This article was updated at 10:20 AM ET on Nov. 2, 2011.
Editor's Note: Due to an ongoing investigation into the credibility of Diederik Stapel's research conducted at Tilburg University, the University of Groningen and the University of Amsterdam, the journal Science has issued an "Editorial Expression of Concern" about the validity of the work detailed in this article and its conclusions. Stapel has been suspended after admitting to University officials that some of his papers contain falsified data.
A messy or chaotic environment causes people to stereotype others, probably out of a need to control and organize the situation around them, new research suggests.
"We are very dependent on the physical environment much more so than we think we are," said study researcher Siegwart Lindenberg, of the University of Groningen in the Netherlands. "Imagine people have to live their whole lives in neighborhoods in this condition; they have a much more difficult time not to stereotype."
Stereotyping is much simpler than reality, allowing us to place people into clear-cut categories. In this way, stereotyping is a way to cope with chaos, acting as a mental cleaning device in the face of disorder. And while ordering thoughts isn't problematic, Lindenberg has shown that this thought process actually manifests itself in discriminatory behavior.
Previous studies by Lindenberg's team have found that this kind of physical disorder, such as broken windows in abandoned houses, graffiti and litter, can lead people to ignore social norms and increase theft, littering and trespassing.
The researchers tested how white participants in messy and disordered situations reacted when presented with the opportunity for stereotyping. In the first tests, volunteers in a train station filled out the survey on a bench with another person sitting nearby. Half of the tests were done when the station was clean and the other half when it was dirty, during a cleaner's strike.
When the station was dirty, participants sat about a chair's distance farther from a black participant than from a white one, and they chose more stereotypical answers in the survey. "In the station, people filled in questionnaires about Muslims, homosexuals and the Dutch, and yet their behavior was directed toward blacks," Lindenberg said. "Their way of processing information in general turns toward simplicity, toward black and white."
Similar results were seen in an area of an affluent neighborhood, where the street was either clean or featured a tipped-over bicycle next to a ripped-up sidewalk and a car parked on the curb. Passers-by filled out the questionnaire and got 5 euros (about $7) in small change as payment. When asked to donate to a minority-improvement fund, people on the disorderly street donated about 65 eurocents (or $1) less than those on the orderly street.
The researchers then took their testing into the lab. They showed participants pictures of messy or ordered bookcases and rooms, or neutral images, then asked them questions about their underlying need for order, and gave them the survey on stereotypes. People who indicated a higher need for order also stereotyped more in response to the disordered pictures.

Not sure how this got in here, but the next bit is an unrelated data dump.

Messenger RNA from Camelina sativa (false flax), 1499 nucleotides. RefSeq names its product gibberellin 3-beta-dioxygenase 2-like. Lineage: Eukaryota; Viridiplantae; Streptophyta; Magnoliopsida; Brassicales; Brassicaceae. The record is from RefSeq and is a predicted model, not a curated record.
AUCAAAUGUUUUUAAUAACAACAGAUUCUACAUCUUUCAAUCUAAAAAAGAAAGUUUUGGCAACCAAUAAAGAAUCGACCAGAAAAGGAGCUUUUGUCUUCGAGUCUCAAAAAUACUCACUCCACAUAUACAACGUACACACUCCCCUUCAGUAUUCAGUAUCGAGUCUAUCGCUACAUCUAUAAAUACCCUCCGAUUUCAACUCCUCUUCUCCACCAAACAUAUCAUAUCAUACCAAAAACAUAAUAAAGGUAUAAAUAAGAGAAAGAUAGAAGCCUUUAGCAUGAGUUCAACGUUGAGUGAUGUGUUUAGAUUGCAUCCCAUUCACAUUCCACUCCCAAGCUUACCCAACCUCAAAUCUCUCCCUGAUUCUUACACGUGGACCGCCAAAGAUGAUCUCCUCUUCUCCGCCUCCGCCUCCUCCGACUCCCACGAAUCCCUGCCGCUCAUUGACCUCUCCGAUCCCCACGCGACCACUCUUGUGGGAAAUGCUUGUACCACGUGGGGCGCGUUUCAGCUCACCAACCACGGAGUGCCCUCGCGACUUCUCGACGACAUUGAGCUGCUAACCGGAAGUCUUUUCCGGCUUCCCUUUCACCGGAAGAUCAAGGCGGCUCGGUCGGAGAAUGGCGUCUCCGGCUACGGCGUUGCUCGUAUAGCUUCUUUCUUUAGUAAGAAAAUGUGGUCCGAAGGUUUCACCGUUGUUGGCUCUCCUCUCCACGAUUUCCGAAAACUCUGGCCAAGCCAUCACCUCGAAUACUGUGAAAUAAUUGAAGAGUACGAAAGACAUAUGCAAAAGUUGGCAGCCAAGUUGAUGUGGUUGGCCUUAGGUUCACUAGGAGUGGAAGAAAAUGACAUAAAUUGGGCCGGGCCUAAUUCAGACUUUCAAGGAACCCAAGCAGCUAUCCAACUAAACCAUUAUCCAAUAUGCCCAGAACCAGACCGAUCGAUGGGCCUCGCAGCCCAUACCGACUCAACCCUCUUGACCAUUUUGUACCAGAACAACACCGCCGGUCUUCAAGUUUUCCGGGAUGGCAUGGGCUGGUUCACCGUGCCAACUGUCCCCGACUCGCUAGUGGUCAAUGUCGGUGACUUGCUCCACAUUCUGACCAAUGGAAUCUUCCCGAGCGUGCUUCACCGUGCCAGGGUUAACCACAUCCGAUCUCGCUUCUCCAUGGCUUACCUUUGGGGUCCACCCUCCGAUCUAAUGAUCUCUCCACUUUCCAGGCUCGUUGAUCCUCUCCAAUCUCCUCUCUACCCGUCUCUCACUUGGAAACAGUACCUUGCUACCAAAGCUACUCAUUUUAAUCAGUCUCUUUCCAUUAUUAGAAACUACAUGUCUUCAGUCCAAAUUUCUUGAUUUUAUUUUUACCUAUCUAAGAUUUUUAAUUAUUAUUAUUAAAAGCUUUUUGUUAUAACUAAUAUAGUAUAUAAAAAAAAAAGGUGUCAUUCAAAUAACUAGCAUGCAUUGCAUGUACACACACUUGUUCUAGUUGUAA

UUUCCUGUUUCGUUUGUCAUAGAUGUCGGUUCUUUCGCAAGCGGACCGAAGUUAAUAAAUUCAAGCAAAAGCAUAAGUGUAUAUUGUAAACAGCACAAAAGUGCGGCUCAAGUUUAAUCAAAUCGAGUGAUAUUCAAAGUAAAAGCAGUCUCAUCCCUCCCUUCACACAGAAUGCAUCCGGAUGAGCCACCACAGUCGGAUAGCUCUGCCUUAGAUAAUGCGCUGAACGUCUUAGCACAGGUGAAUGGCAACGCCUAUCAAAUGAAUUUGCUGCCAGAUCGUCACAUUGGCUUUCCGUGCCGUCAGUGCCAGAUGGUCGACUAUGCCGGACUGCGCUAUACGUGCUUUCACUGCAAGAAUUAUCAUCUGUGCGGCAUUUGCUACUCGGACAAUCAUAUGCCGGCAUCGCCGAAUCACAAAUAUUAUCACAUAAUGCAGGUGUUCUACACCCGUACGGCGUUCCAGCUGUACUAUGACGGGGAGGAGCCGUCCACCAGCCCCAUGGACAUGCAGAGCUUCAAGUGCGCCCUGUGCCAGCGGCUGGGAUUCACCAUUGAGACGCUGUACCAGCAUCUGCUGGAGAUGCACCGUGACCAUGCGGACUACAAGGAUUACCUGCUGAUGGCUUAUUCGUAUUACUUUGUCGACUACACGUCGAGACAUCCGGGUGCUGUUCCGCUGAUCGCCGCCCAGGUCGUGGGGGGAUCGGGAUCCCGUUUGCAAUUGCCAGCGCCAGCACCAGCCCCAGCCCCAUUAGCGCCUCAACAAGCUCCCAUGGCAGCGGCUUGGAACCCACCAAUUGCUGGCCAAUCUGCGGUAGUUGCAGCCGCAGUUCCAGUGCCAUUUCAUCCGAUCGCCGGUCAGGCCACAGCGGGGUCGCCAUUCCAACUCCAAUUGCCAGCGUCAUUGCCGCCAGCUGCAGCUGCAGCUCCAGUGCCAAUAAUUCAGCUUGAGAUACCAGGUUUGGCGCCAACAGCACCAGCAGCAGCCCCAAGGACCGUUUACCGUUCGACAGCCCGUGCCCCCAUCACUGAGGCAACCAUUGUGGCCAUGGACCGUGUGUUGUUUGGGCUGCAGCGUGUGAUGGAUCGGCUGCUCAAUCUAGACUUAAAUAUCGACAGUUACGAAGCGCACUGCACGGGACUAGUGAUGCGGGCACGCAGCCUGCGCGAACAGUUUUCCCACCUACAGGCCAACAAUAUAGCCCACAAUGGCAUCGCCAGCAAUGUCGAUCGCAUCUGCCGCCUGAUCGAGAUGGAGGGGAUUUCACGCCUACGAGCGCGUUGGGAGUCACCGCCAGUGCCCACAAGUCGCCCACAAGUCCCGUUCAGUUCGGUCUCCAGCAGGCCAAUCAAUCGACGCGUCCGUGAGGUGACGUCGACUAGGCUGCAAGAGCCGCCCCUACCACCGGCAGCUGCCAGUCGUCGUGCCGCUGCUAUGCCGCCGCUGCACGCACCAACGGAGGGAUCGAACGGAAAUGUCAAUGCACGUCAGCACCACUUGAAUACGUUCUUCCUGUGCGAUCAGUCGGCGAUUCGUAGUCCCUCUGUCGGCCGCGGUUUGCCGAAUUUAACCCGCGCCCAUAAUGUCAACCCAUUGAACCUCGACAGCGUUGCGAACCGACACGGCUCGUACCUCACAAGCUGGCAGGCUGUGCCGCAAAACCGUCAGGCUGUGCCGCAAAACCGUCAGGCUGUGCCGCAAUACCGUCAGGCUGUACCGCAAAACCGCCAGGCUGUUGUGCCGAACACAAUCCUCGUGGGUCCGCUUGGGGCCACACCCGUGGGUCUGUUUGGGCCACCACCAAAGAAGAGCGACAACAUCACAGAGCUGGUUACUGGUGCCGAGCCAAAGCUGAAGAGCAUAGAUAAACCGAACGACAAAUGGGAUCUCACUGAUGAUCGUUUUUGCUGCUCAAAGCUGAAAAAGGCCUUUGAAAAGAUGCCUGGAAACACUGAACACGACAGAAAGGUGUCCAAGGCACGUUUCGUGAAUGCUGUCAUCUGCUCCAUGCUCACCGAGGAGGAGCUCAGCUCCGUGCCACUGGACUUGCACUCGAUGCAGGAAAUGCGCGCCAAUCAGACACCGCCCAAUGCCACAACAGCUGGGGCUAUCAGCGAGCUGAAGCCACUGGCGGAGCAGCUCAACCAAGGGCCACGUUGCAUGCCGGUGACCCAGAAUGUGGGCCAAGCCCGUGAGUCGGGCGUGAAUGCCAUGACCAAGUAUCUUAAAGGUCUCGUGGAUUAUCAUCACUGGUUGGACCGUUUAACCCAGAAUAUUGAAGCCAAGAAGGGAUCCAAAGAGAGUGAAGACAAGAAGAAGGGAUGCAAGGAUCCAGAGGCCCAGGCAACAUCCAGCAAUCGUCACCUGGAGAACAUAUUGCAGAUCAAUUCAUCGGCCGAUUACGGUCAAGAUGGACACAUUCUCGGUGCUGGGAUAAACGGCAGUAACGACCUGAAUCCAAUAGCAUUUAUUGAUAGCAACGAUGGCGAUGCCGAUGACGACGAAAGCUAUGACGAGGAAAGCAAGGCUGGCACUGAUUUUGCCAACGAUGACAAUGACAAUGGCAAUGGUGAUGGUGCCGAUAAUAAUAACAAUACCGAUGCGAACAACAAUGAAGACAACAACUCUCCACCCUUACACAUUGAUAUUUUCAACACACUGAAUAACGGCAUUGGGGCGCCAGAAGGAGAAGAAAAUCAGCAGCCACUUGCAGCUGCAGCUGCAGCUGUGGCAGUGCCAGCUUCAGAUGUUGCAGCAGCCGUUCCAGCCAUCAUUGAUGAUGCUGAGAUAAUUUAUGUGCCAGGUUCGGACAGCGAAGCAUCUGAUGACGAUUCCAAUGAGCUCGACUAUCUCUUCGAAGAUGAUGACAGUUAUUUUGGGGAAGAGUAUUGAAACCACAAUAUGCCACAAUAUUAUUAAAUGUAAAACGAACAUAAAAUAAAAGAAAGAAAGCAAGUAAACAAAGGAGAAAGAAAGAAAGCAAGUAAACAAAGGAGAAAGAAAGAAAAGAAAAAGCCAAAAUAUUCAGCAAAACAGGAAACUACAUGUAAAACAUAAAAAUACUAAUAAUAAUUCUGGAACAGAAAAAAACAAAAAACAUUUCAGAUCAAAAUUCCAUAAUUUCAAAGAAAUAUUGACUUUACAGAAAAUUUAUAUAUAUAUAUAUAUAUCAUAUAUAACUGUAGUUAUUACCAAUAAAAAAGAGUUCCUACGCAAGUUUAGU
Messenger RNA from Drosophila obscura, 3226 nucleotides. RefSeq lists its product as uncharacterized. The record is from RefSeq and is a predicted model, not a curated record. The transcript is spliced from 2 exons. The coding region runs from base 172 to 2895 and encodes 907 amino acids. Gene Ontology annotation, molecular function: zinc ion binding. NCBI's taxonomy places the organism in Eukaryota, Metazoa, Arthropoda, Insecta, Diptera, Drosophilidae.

If this need for order is what caused the stereotyping, the research team reasoned, then giving the participants a way to vent that stereotyping should reduce their need for control. After observing an ordered or disordered picture of abstract shapes (circles and triangles), participants were given the stereotyping questionnaire or an unrelated task.
"Even though circles and triangles don't mean anything in daily life, it still had that effect," Lindenberg said, suggesting it was the presence of disorder, and not some other factor, that caused the stereotyping.
And the participants who had stereotyped after seeing the disordered pictures also demonstrated a lower need for structure than those who had completed the filler task, suggesting that stereotype behavior was a way to bring order to their world.
"One way to fight unwanted stereotyping and discrimination is to diagnose environmental disorder early and to intervene immediately," Lindenberg and co-author Diederik Stapel conclude in the paper, published today (April 7) in the journal Science. "Signs of disorder such as broken windows, graffiti, and scattered litter will not only increase antisocial behavior, they will also automatically lead to stereotyping and discrimination."
"The most important use of the information is of course for communities, for authorities in communities, to clean up," Lindenberg told LiveScience.
You can follow LiveScience staff writer Jennifer Welsh on Twitter @microbelover.
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Jennifer Welsh is a Connecticut-based science writer and editor and a regular contributor to Live Science. She also has several years of bench work in cancer research and anti-viral drug discovery under her belt. She has previously written for Science News, VerywellHealth, The Scientist, Discover Magazine, WIRED Science, and Business Insider.